HAVING undetectable viral load does not warrant unsafe sex practices as there are chances of transmitting the HIV virus, a Health Ministry official says.
By Kudakwashe Pembere in Kadoma
In an interview with Health Ministry HIV/TB public health specialist Dr Clorata Gwanzura said on their message with U=U an acronym for Undetectable = Untransmissible the goal is to ensure people are virally suppressed.
“As long as you are taking your medicines correctly and consistently, that is the result that you should see. However, there are various reasons that would cause a high viral load. In this country we test for viral load once every 12 months.
“In between the 12 months, between your two suppressed viral loads, it’s not 100 percent that your viral load is going to maintain the same level of not being detectable or being suppressed,” she said.
She added that people need to be wary of viral blips.
“There are things that cause what are sometimes called blips in the viral load, the amount of virus in your system. It is during those times that you have the potential or there is the risk of transmitting HIV.
“ So these blips sometimes you might not even know that you are having a blip at that time and these blips sometimes you have a severe infection, a short yet severe enough for it to challenge your immune system. You might get a blip at that point.
“There are also times where you might have a lapse when taking medication and have a blip. But because you are having two viral load tests between 12 months, you will never know you had a blip in between,” Dr Gwanzura explained.
Dr Gwanzura stressed on the importance of safe sex practices.
“So we still encourage people to stay safe, use protection when having sex. And if they want to have unprotected sex, say if they want to have baby, they need to go and see their health worker.
“At that point they will be assessed and have another viral load taken regardless of who is the one with the infection if it’s a sero-discordant couple.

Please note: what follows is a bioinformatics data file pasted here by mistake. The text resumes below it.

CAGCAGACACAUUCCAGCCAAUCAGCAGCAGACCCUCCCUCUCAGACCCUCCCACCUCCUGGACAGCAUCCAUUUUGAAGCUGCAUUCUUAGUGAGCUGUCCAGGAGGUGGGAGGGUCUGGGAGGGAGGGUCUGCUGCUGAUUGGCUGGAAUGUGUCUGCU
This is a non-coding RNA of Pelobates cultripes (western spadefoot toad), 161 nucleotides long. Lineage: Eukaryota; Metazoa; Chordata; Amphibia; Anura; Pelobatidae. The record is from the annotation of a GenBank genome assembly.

“And then once it is established that they are safe, they are assisted on how they can fall pregnant without infecting the other person. We still encourage condom use, male and female and safe sex practice,” she said.
Blips can be defined as an increase from less than 50 copies/mL to above 200, 500 or even 1000 copies/mL.
Most blips are under 200 copies/mL. Blips can be caused by other infections, such as flu or herpes, or a recent vaccination. Some blips are just lab errors.
“If you stopped taking treatment, your viral load would increase and once again be detectable. Having an undetectable viral load does mean that there is not enough HIV in your body fluids to pass HIV on during sex. In other words, you are not infectious.
“For as long as your viral load stays undetectable, your chance of passing on HIV to a sexual partner is zero. As the campaign slogan puts it, ‘Undetectable equals Untransmittable’ or ‘U=U,” says the website.
Viral load at different stages
During the first few weeks after someone gets HIV, viral load is usually very high – typically several million ‘viral copies per millilitre of blood’ (copies/ml). There is a considerable risk of passing on HIV at this point. In fact, many people acquire HIV from someone who has only recently acquired it themselves (and does not know it).
After this period of early infection, viral load usually drops. A typical viral load in someone not taking treatment may be 50,000 copies/ml. There is still a considerable risk of passing HIV on.
After starting HIV treatment, viral load usually falls rapidly. Within three to six months, most people’s viral load has become undetectable (below 50 copies/ml).
You are recommended to wait until you’ve had at least two undetectable results in a row, over a six-month period, before relying on it. If you have maintained an undetectable viral load for at least six months and continue to have good adherence, the British HIV Association says that there is no risk of onward transmission of HIV.